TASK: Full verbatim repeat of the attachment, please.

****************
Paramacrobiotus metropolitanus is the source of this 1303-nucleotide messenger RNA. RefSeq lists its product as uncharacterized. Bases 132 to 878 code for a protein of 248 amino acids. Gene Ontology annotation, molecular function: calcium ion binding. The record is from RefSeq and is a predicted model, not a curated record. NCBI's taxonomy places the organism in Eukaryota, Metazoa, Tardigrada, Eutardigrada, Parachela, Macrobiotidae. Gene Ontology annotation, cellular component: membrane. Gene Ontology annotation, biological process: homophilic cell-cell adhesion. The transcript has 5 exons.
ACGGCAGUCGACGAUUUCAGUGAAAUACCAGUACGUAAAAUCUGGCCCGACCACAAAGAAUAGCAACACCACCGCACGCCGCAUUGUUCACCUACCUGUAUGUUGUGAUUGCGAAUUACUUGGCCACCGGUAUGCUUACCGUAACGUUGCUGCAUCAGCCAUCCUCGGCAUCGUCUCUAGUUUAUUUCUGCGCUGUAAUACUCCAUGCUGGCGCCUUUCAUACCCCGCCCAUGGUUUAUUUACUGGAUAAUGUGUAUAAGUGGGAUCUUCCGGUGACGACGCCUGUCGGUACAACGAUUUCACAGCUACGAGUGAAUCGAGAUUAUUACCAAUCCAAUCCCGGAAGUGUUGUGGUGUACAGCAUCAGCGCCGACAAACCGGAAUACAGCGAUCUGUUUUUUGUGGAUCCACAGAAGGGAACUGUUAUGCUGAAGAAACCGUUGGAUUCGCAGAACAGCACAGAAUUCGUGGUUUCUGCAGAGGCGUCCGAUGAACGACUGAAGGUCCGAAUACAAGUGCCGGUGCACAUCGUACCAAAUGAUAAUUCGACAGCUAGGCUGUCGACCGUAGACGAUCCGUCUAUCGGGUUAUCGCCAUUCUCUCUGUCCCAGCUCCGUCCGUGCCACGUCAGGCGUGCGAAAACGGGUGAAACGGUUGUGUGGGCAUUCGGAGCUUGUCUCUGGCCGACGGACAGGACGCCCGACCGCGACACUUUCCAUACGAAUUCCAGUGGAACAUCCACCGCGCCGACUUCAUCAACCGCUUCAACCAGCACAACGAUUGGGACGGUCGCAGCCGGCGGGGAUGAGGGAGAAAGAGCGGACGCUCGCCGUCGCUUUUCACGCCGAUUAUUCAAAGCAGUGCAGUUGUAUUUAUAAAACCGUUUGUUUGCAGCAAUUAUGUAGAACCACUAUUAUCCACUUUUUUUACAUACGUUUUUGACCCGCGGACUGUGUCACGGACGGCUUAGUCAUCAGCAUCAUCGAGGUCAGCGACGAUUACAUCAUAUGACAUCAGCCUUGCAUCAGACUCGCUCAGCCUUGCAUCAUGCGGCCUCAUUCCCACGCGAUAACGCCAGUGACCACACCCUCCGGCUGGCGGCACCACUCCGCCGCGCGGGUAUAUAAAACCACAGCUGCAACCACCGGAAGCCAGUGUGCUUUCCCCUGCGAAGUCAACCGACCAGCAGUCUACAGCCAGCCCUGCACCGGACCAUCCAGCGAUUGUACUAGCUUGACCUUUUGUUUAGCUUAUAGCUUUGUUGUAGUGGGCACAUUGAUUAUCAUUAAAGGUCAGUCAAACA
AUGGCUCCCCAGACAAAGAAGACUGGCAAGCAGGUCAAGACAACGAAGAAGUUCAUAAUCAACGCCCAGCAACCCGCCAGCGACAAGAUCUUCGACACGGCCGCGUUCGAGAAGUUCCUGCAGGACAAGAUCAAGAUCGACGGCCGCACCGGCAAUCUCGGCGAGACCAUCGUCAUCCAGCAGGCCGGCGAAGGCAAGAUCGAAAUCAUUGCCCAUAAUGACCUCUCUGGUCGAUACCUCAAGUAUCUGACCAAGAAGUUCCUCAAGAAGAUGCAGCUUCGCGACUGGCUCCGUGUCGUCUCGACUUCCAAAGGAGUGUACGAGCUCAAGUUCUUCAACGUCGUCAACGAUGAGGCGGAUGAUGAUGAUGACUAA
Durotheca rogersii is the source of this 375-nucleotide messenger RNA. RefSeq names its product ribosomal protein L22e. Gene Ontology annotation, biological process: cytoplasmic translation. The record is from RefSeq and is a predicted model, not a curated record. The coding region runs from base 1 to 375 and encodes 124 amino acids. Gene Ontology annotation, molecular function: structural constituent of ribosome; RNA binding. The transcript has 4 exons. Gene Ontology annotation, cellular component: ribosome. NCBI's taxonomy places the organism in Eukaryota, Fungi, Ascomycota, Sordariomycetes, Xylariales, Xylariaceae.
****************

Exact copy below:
Paramacrobiotus metropolitanus is the source of this 1303-nucleotide messenger RNA. RefSeq lists its product as uncharacterized. Bases 132 to 878 code for a protein of 248 amino acids. Gene Ontology annotation, molecular function: calcium ion binding. The record is from RefSeq and is a predicted model, not a curated record. NCBI's taxonomy places the organism in Eukaryota, Metazoa, Tardigrada, Eutardigrada, Parachela, Macrobiotidae. Gene Ontology annotation, cellular component: membrane. Gene Ontology annotation, biological process: homophilic cell-cell adhesion. The transcript has 5 exons.
ACGGCAGUCGACGAUUUCAGUGAAAUACCAGUACGUAAAAUCUGGCCCGACCACAAAGAAUAGCAACACCACCGCACGCCGCAUUGUUCACCUACCUGUAUGUUGUGAUUGCGAAUUACUUGGCCACCGGUAUGCUUACCGUAACGUUGCUGCAUCAGCCAUCCUCGGCAUCGUCUCUAGUUUAUUUCUGCGCUGUAAUACUCCAUGCUGGCGCCUUUCAUACCCCGCCCAUGGUUUAUUUACUGGAUAAUGUGUAUAAGUGGGAUCUUCCGGUGACGACGCCUGUCGGUACAACGAUUUCACAGCUACGAGUGAAUCGAGAUUAUUACCAAUCCAAUCCCGGAAGUGUUGUGGUGUACAGCAUCAGCGCCGACAAACCGGAAUACAGCGAUCUGUUUUUUGUGGAUCCACAGAAGGGAACUGUUAUGCUGAAGAAACCGUUGGAUUCGCAGAACAGCACAGAAUUCGUGGUUUCUGCAGAGGCGUCCGAUGAACGACUGAAGGUCCGAAUACAAGUGCCGGUGCACAUCGUACCAAAUGAUAAUUCGACAGCUAGGCUGUCGACCGUAGACGAUCCGUCUAUCGGGUUAUCGCCAUUCUCUCUGUCCCAGCUCCGUCCGUGCCACGUCAGGCGUGCGAAAACGGGUGAAACGGUUGUGUGGGCAUUCGGAGCUUGUCUCUGGCCGACGGACAGGACGCCCGACCGCGACACUUUCCAUACGAAUUCCAGUGGAACAUCCACCGCGCCGACUUCAUCAACCGCUUCAACCAGCACAACGAUUGGGACGGUCGCAGCCGGCGGGGAUGAGGGAGAAAGAGCGGACGCUCGCCGUCGCUUUUCACGCCGAUUAUUCAAAGCAGUGCAGUUGUAUUUAUAAAACCGUUUGUUUGCAGCAAUUAUGUAGAACCACUAUUAUCCACUUUUUUUACAUACGUUUUUGACCCGCGGACUGUGUCACGGACGGCUUAGUCAUCAGCAUCAUCGAGGUCAGCGACGAUUACAUCAUAUGACAUCAGCCUUGCAUCAGACUCGCUCAGCCUUGCAUCAUGCGGCCUCAUUCCCACGCGAUAACGCCAGUGACCACACCCUCCGGCUGGCGGCACCACUCCGCCGCGCGGGUAUAUAAAACCACAGCUGCAACCACCGGAAGCCAGUGUGCUUUCCCCUGCGAAGUCAACCGACCAGCAGUCUACAGCCAGCCCUGCACCGGACCAUCCAGCGAUUGUACUAGCUUGACCUUUUGUUUAGCUUAUAGCUUUGUUGUAGUGGGCACAUUGAUUAUCAUUAAAGGUCAGUCAAACA
AUGGCUCCCCAGACAAAGAAGACUGGCAAGCAGGUCAAGACAACGAAGAAGUUCAUAAUCAACGCCCAGCAACCCGCCAGCGACAAGAUCUUCGACACGGCCGCGUUCGAGAAGUUCCUGCAGGACAAGAUCAAGAUCGACGGCCGCACCGGCAAUCUCGGCGAGACCAUCGUCAUCCAGCAGGCCGGCGAAGGCAAGAUCGAAAUCAUUGCCCAUAAUGACCUCUCUGGUCGAUACCUCAAGUAUCUGACCAAGAAGUUCCUCAAGAAGAUGCAGCUUCGCGACUGGCUCCGUGUCGUCUCGACUUCCAAAGGAGUGUACGAGCUCAAGUUCUUCAACGUCGUCAACGAUGAGGCGGAUGAUGAUGAUGACUAA
Durotheca rogersii is the source of this 375-nucleotide messenger RNA. RefSeq names its product ribosomal protein L22e. Gene Ontology annotation, biological process: cytoplasmic translation. The record is from RefSeq and is a predicted model, not a curated record. The coding region runs from base 1 to 375 and encodes 124 amino acids. Gene Ontology annotation, molecular function: structural constituent of ribosome; RNA binding. The transcript has 4 exons. Gene Ontology annotation, cellular component: ribosome. NCBI's taxonomy places the organism in Eukaryota, Fungi, Ascomycota, Sordariomycetes, Xylariales, Xylariaceae.